My center is in a rack/bookshelf area.  When I first put it here, it sounded very muffled.  The top overlap was deeper than the bottom.  When I moved it out, it sounded much better.  It sounded sort of like cuffing your hands over your mouth like a megaphone.  Probably not as bad in this situation… but I bet it would sound a little better moving it forward 2 or 3 inches.

Glad you are loving your speakers!… I think that Curly Walnut is amazing.

JerryM

  • Full Member
  • Posts: 4514
  • Where's The Bar?
Great review, laulau!!  :bowdown:

Thanks for taking the time to share!  :thumb:

chargedmr2

Great post and nice setup you have there!  Your Salks look very nice and I'm happy that you're enjoying them so much. 

Just out of curiosity, why did you go with a front-ported center but rear ported LR mains?  It would seem that the opposite might have served your situation better since your right speaker is backed into the corner and closed in by your sub, while your center is sitting in open space.  I suppose this is a non-issue when crossed to your sub.  Have you tried crossing even higher (80Hz or so)?  It might create even cleaner bass.  Or maybe not...the ST seem pretty forgiving with placement. 

Also, thanks for posting your list of music used to test the speakers out.  I'm going to look into some of those for sure :thumb:

Saturn94

  • Full Member
  • Posts: 1148
Thanks for posting the great review.  :thumb:

These types if posts were very helpful when I was researching speakers.

The finish you chose is beautiful!  :D

Nuance

Wow, what a review!  Well done good sir!  You have a great setup and I'm thrilled to have Hawaii represent the Salk family.  Welcome aboard buddy, and thanks so much for your review.  Your ST RT's look right at home in your room.  It was meant to be.

Frisco

laulau....great review and beautiful pics or your new Salks!! :thumb:

From that first pic with the Fedex truck...do you happen to live in a townhouse on Oahu? Kupono in Waipio? Looks awfully familar  :scratch:....I'm in Royal Palm... :green:

laulau

First, thanks to EVERYONE for your supportive replies.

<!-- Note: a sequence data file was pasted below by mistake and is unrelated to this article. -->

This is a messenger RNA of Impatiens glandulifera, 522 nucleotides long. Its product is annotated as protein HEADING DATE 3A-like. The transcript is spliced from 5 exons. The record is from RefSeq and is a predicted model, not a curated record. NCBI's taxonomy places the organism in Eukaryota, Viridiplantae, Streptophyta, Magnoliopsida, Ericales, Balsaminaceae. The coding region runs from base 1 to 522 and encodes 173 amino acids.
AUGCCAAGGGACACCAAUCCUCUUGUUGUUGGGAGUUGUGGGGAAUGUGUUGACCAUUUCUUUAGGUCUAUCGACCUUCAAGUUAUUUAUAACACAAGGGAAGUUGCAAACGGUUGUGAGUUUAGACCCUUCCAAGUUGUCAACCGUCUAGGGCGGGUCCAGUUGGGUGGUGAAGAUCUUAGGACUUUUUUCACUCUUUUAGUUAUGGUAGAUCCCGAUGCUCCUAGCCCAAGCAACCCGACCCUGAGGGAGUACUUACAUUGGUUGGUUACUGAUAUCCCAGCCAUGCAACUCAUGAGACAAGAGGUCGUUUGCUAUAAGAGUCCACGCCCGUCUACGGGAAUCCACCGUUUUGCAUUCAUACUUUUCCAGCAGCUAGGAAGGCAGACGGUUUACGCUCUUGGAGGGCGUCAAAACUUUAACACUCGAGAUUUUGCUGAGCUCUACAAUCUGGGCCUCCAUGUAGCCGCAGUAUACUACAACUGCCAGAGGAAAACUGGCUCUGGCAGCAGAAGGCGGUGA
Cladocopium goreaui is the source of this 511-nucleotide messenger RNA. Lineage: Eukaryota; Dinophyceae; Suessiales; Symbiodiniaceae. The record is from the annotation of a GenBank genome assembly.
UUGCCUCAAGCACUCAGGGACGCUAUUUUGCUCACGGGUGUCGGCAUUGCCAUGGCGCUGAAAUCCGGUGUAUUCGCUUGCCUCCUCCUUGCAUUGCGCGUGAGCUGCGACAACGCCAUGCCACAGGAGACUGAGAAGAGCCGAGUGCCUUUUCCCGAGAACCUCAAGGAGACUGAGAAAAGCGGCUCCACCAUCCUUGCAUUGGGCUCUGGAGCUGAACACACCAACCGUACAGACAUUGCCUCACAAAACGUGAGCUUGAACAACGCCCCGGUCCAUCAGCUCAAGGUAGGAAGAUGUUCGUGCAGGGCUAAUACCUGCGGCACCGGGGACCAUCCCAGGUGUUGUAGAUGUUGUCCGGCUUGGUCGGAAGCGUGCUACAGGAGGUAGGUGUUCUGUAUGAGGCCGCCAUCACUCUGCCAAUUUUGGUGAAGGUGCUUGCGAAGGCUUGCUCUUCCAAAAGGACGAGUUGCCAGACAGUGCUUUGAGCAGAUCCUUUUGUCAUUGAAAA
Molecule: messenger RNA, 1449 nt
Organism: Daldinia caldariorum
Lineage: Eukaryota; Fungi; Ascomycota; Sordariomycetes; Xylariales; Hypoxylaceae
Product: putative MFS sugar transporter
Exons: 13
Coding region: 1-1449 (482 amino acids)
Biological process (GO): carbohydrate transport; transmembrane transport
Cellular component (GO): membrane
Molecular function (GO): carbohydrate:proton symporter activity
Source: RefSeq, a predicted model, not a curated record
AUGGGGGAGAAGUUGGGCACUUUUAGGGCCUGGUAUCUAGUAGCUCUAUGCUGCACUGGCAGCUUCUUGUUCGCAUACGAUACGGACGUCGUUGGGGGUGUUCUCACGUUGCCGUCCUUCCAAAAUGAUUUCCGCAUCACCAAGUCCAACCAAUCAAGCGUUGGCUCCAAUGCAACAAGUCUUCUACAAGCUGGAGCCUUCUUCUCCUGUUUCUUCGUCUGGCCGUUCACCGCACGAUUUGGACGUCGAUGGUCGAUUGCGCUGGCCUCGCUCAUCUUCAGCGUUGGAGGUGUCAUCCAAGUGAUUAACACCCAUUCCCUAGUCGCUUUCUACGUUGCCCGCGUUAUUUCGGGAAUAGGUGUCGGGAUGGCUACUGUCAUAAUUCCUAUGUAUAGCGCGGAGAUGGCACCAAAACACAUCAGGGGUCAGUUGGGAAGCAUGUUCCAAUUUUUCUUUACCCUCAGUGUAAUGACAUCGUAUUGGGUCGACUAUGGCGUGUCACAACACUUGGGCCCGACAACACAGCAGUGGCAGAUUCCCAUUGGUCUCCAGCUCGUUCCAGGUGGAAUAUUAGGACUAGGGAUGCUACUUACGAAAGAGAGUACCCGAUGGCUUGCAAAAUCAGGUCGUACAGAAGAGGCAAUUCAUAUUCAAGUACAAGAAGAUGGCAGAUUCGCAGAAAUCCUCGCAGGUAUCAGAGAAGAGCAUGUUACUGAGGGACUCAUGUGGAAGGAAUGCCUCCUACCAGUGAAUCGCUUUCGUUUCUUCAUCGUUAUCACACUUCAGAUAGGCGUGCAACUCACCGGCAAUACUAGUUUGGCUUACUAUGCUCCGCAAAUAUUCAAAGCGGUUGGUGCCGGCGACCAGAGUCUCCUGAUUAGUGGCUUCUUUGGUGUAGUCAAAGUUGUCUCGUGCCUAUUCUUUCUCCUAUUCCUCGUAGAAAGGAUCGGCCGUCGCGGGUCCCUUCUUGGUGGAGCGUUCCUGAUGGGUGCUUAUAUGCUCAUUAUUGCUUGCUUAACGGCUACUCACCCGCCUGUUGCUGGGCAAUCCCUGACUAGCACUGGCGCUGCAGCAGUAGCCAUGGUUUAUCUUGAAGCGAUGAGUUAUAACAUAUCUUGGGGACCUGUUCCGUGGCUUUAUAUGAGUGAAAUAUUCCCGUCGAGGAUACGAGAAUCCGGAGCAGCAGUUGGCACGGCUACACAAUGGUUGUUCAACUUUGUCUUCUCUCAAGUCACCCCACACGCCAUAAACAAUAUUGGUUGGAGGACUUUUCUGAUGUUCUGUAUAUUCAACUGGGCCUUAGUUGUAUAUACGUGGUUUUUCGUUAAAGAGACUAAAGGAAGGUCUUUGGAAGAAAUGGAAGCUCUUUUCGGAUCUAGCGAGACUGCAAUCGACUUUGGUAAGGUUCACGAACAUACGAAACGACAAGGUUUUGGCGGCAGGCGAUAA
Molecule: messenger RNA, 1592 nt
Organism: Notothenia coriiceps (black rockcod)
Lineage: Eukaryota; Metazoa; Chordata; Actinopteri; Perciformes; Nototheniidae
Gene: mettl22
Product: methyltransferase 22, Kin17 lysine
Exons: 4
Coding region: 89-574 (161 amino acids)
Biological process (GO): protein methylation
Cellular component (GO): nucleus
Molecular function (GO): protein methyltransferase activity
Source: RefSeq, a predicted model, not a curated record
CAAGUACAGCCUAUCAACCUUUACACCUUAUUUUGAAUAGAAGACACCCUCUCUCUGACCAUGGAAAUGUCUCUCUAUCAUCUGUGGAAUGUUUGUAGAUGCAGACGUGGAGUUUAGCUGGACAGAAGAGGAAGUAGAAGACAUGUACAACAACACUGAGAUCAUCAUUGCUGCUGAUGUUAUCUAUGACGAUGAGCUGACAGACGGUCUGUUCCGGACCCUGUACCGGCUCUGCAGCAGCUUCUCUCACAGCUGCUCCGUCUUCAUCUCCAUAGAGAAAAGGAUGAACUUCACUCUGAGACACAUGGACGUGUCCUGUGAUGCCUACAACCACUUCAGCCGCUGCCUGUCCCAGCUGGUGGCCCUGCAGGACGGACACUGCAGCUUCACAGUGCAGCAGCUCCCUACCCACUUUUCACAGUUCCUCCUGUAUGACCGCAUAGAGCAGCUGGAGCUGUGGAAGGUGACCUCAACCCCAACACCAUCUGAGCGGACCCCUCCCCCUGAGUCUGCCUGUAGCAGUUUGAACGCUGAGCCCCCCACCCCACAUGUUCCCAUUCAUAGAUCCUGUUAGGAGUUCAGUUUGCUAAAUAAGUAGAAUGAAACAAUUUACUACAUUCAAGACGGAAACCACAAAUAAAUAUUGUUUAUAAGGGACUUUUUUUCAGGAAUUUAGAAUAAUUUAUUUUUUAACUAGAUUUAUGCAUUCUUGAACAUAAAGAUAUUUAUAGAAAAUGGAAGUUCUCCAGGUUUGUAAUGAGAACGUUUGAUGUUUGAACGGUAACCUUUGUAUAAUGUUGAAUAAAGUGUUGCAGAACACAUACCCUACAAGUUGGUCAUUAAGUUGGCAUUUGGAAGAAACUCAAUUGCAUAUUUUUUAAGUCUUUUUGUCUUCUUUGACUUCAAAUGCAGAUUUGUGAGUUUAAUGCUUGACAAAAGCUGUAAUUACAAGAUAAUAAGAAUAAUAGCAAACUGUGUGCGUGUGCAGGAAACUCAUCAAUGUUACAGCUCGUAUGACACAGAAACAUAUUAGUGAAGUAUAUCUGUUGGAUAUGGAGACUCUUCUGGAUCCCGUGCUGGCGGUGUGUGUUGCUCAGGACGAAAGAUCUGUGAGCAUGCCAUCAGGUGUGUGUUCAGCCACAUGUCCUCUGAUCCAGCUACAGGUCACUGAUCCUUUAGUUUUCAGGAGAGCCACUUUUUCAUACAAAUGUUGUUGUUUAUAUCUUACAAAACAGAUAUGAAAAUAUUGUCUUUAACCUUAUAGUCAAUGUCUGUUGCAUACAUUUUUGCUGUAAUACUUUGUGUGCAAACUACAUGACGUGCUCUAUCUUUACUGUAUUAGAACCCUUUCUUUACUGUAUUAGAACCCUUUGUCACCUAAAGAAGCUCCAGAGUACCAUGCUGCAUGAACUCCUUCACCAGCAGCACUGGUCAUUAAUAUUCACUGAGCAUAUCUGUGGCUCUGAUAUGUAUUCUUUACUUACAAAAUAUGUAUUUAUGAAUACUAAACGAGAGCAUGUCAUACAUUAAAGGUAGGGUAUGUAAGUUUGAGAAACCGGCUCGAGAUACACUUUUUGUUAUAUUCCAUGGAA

@Ace Deprave:
Have seen your posts on AVS, trust me that once you receive your speakers all the waiting will seem like a distant memory.

@Murphy11:
Actually, the current position of the CC is only about 1" away from the front edge.  I tried flush with the front of the cabinet and up to 3" from the edge, but to tell the truth I couldn't hear any difference.  I ended up lining it up with the front towers, strictly for aesthetics.  Also, it's difficult to see from the photos but the front edge is tilted up about 5/8" relative to the back of the speaker.  One of these days I'll have to break out my Omnimic or REW again and see if there are any measurable differences.

@Vulcan00:
I always found it interesting to see what everyone else was listening to so I thought I'd toss my list out there.  One nice thing about the Fourplay recordings is that they are, for the most part, of very good sound quality.  I have close to a dozen of their discs and they always seem to find their way to my player.  Lately I've started to get into Bill Evans and Ernie Watts, stuff with a little more of an improvisational slant.

@chargedmr2:
I went with the front ported CC because I wasn't sure if I was going to stick with my current cabinet or go with one that had a dedicated CC shelf.  The front ports gave me more options.  As for the towers, I knew from my research that they were very flexible as far as placement goes, and you're right I would be crossing them to my Rythmiks, plus I was hoping that the Audyssey XT32 would be able to tame any potential peaks.  I have tried crossing at 80Hz and it was great.  Then I tried crossing at 60Hz and it was great.  Honestly, I'm having a hard time choosing between the two.  I know I should probably cross at 80 and let the subs do what they were designed to do, but 60 sounds so good too.   :scratch:

@Frisco:
Howzit gang! Mahalo for the kind words.

Braddah you get good kine eyes.  How you wen spock my place lah dat?  Yup, Waipio it is.